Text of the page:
Membrane Sweep Success Rate


When it is time to induce labor, your doctor may use a procedure called a membrane sweep to stimulate your cervix. Basically, the doctor or a midwife will insert a finger into your cervix to try to partition the membranes using a sweeping movement. This may be called a membrane stretch or a membrane sweep. If the initial sweep does not work to stimulate your cervix, the doctor may use a sweeping movement to try to speed the process. Fortunately for many women, the membrane sweep success rate is fairly high.

The Success Rate of a Membrane Sweep

Once you have had a membrane sweep, you have a 24 percent chance of delivering your baby within the next week. When it takes more than 36 hours for labor to begin after a membrane sweep, your doctor may perform the procedure again. After having a second procedure, the membrane sweep success rate is higher. Doctors may not choose to do a second sweep because it carries some risks. For riskier pregnancies, they may hold off on doing another sweep. When the membrane sweep does not cause labor to start, the doctor may do a Syntocinon drip or an ARM.

When Should a Membrane Sweep Be Performed?

Typically, a doctor will wait until your overdue before they perform a membrane sweep. If you are worried about having one, then you do not have to worry until you have passed 41 weeks. Doctors may recommend doing this procedure if you are having more than one child or if your baby has not grown according to normal expectations. This procedure may also be recommend for women who have symphysis pubis dysfunction, gestational diabetes, obstetric cholestasis or pre-eclampsia.

How Is This Procedure Performed?

To ensure a high membrane sweep success rate, your doctor or midwife must do the procedure properly. You can always discuss the details of the procedure with your obstetrician to find out the specific risks and benefits. In general, a membrane sweep is not particularly difficult.

Before you have the procedure performed, you should go to the bathroom and make sure that your bladder is completely emptied. Afterward, you midwife will do an abdominal exam to listen to the baby’s heartbeat. As long as everything is normal, a membrane sweep can be performed.

Once the doctor or the midwife has determined that everything is going fine with your baby, they will put on gloves before inserting two fingers into your vagina. They will feel the cervix to see if it is soft or dilated. If your cervix has started to thin, they will continue with the membrane sweep. If your cervix is still closed and high, then they may not continue with the procedure. When your cervix is closed and high, it is more painful and not an ideal time to do the membrane sweep.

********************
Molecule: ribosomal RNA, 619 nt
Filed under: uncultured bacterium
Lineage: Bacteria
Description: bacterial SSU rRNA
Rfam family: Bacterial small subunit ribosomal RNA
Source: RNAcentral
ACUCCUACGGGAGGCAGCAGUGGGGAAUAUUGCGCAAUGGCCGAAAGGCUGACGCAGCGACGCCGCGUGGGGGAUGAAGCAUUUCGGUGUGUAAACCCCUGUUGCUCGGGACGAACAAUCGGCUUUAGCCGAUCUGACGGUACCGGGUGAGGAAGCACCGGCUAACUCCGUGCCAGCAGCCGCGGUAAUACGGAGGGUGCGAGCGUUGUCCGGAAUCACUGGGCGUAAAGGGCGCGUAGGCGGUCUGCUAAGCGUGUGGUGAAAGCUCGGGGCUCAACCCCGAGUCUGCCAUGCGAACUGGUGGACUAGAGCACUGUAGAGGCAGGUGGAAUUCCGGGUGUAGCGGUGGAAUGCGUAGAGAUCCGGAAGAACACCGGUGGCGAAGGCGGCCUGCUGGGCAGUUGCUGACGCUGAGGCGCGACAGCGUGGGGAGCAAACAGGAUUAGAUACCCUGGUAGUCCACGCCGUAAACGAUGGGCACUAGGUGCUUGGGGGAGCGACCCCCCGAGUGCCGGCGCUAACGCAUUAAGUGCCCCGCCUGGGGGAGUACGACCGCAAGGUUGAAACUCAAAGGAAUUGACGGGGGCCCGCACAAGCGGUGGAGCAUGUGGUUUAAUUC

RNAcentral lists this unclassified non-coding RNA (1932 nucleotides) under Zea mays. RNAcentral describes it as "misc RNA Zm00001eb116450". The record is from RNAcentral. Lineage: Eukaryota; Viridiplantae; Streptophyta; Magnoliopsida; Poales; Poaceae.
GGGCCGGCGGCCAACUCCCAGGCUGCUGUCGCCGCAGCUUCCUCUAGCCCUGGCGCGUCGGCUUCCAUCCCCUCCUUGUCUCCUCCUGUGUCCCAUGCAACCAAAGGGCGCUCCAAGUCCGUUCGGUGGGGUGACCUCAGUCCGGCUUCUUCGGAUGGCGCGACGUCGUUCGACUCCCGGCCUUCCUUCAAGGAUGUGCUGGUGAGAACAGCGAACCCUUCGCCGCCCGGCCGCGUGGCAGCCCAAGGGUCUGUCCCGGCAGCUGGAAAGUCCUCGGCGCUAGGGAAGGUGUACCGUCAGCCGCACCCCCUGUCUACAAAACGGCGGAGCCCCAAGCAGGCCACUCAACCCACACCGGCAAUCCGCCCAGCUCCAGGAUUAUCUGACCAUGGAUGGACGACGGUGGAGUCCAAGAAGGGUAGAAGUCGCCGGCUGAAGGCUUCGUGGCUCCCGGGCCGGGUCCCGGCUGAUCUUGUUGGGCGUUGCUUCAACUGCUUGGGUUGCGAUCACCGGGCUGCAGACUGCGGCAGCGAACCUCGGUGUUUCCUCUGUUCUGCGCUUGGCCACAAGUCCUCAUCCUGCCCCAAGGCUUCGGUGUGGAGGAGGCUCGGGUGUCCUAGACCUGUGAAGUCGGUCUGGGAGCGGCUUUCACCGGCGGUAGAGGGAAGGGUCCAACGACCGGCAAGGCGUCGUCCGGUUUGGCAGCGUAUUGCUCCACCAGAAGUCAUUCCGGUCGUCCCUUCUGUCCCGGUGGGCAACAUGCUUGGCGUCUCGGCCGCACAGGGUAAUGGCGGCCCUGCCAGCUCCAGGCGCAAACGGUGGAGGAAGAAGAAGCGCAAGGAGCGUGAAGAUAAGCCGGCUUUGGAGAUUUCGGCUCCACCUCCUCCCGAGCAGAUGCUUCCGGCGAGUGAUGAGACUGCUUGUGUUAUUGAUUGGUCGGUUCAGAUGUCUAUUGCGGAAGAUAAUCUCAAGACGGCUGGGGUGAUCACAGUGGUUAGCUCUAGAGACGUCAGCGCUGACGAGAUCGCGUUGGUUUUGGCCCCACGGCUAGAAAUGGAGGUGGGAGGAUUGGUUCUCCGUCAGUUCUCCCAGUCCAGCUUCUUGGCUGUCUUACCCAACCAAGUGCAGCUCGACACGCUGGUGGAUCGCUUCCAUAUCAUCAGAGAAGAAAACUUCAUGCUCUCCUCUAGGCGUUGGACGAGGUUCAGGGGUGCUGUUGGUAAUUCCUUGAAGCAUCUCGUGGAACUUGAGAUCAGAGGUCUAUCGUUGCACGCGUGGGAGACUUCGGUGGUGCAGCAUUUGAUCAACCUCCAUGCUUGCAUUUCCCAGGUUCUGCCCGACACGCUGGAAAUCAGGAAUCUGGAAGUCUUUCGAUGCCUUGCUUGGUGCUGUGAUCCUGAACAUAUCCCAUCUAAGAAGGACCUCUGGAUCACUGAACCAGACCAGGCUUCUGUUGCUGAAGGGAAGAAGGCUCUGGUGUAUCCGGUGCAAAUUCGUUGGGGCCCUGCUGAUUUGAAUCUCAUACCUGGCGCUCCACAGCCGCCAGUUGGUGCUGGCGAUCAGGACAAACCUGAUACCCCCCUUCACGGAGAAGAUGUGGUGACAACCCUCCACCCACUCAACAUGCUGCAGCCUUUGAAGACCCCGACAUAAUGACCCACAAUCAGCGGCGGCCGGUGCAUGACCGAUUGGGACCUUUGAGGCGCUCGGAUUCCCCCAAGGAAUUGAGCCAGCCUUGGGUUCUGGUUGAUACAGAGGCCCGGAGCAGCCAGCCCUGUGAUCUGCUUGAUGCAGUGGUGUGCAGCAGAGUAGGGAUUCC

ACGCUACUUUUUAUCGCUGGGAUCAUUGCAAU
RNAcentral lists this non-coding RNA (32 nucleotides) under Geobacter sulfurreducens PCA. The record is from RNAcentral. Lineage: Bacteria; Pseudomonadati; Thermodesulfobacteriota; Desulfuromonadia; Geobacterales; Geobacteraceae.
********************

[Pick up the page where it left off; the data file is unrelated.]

When the doctor decides to go through with the procedure, they will use their fingers to feel around for the membranes that are around the baby. Using their fingers, the doctor will sweep some of the membranes off of the cervix. Likewise, the doctor may use their fingers to massage the opening of the cervix so that it gradually opens up more. Afterward, they will rotate their fingers within the opening of the cervix to promote stretching and the removal of membranes that could be in the way. If this procedure is done by a midwife, she or he must be exceptionally experienced so that they do not actually break or rupture the membrane.

What Are the Advantages of Performing a Membrane Sweep?

Like most medical procedures, there are certain risks and benefits associated with using a membrane sweep. The main benefit (and the reason why this procedure is done) is that it can induce labor without you having to get an induction. A membrane sweep helps to ripen your cervix, and the membrane sweep success rate for labor induction is fairly high.

The main side effect experienced by women who receive a membrane sweep is that the experience is rather invasive and can be uncomfortable. If you are too worried about undergoing the membrane sweep, then it can reduce the effectiveness of the procedure and increase the discomfort that you may feel. If you are concerned about having a membrane sweep, make sure to discuss this with your doctor or midwife.

When comfort is an issue, it can be difficult to try a membrane sweep. The membrane sweep success rate is lower when you are uncomfortable, which makes this procedure less useful for overly worried or sensitive individuals. There is also a very real risk of cramping or bleeding following the procedure. In some circumstances, your water may even become broken.

What Does It Feel Like?

The way that the membrane sweep feels is entirely dependent on the condition of your cervix. When the cervix is already dilated or soft, the procedure will not hurt as much. If it is not soft or the cervix is positioned high, it can end up being more painful. No matter what state your cervix is in, it may still be uncomfortable to undergo the procedure, but this discomfort will normally pass.